Over this past week, I have been reading lots about the Bank of England's history. Up until World War I, bank governors typically held office for only two years (click here). However, during the tumultuous years from 1920 to 1944, Montgau Norman held the position of Governor. Since then, Governors have typically served for a decade. In the past, Governors were a mixture of City merchants and Bank insiders.
Notably, the Bank's current Governor (Mervyn King) and its future Governor (Mark Carney) both have PhDs in economics. However, unlike King, Carney has 13 years experience working in the financial sector. What is the ideal background for the Bank's Governor? Some fear that academics are too far removed from commerce to be good Governors. Others fear that individuals who have never previously worked for the Bank of England make poor Governors. Robert Peston fears that Carney is another Goldman Sachs alumnus in a very important position.
XKCD have produced a fantastic infographic of the US Congress, which looks at ideological slants and the events which seem to have affected the make-up of the Congress. It is notable how economics and finance have affected US politics. For example the Panic of 1873, the Bimetallic issue of the 1890s, and the Great Depression are highlighted in the infographic.
China has experienced an unprecedented period of economic growth. Never before has an economy grown so quickly over a sustained period of time. Admittedly, China was starting from a very low base after the policy disasters of Chairman Mao. But what about China's future economic growth? If the gowth in China or any of the BRIC economies slows then that spells trouble for the economies of the West.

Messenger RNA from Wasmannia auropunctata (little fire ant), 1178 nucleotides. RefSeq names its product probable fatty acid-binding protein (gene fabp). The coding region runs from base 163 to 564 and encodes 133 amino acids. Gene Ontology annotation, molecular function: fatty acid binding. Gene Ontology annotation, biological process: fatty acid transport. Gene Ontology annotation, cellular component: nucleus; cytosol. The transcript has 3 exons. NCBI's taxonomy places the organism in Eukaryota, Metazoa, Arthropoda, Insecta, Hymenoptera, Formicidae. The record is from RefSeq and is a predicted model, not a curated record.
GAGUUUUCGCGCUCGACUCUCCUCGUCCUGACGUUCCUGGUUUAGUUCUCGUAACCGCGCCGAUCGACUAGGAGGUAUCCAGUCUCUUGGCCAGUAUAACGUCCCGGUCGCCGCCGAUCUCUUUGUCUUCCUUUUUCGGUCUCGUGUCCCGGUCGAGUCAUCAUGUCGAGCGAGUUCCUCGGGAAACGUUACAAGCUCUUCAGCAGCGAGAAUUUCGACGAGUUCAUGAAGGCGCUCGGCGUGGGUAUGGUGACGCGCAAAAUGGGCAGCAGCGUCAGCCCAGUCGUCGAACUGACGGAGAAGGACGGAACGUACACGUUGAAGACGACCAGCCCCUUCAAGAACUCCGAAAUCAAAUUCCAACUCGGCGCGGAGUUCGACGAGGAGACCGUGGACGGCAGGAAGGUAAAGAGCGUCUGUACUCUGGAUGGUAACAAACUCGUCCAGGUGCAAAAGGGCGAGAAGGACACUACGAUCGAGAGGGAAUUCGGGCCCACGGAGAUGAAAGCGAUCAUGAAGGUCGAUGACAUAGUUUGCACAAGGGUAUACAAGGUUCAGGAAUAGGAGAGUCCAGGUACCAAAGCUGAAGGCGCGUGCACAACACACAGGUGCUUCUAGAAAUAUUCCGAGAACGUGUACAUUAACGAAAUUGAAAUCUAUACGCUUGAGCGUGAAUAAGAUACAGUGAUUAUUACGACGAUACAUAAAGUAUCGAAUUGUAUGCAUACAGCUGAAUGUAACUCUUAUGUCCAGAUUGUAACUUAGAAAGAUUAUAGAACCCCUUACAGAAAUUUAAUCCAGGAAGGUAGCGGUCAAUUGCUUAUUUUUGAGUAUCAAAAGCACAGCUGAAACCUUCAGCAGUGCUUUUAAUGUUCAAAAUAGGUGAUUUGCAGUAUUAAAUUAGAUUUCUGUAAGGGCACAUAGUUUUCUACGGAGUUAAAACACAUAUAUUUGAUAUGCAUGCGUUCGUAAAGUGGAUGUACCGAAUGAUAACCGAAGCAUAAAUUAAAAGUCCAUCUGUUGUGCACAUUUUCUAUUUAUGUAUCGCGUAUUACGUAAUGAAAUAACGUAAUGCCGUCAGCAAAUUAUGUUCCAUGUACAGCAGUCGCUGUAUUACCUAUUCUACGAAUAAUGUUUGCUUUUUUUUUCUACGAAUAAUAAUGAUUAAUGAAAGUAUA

Many commentators are turning bearish about China and the BRICs. The US Conference Board's prognosis for the BRICS is very bleak (click here). Matthew Yglesias sees political corruption as a reason to be bearish, but the great unexploited inland possibilities in China as a reason to be bullish. Niall Ferguson sees economic inequality and the demographic timebomb as reasons to be bearish about China. Daron Acemoglu and James Robinson are also bearish because China has not built inclusive and democratic institutions which will enable it to sustain its economic growth (click here). In…
Mergers are notorious for producing bad returns for investors. Another example of this has emerged today with Hewlett-Packard writing off $5bn in its latest accounts from its 2011 merger with Autonomy, a British technology and software company. HP are claiming accounting irregularities (fraud), which meant that it overvalued the company. Autonomy's founder, however, is claiming that HP simply destroyed value after the merger! You can read BBC and Guardian coverage here and here.
Walter Mischel ran a series of famous experiments in the late 1960s where he tested the ability of children to control their impulse for immediate gratification. He simply put them in a boring office with a marshmallow or Oreo sitting on a plate. The kids were told that if they did not eat it that they would get another marshmallow / cookie in 15 minutes. Below is a short video of the experiment.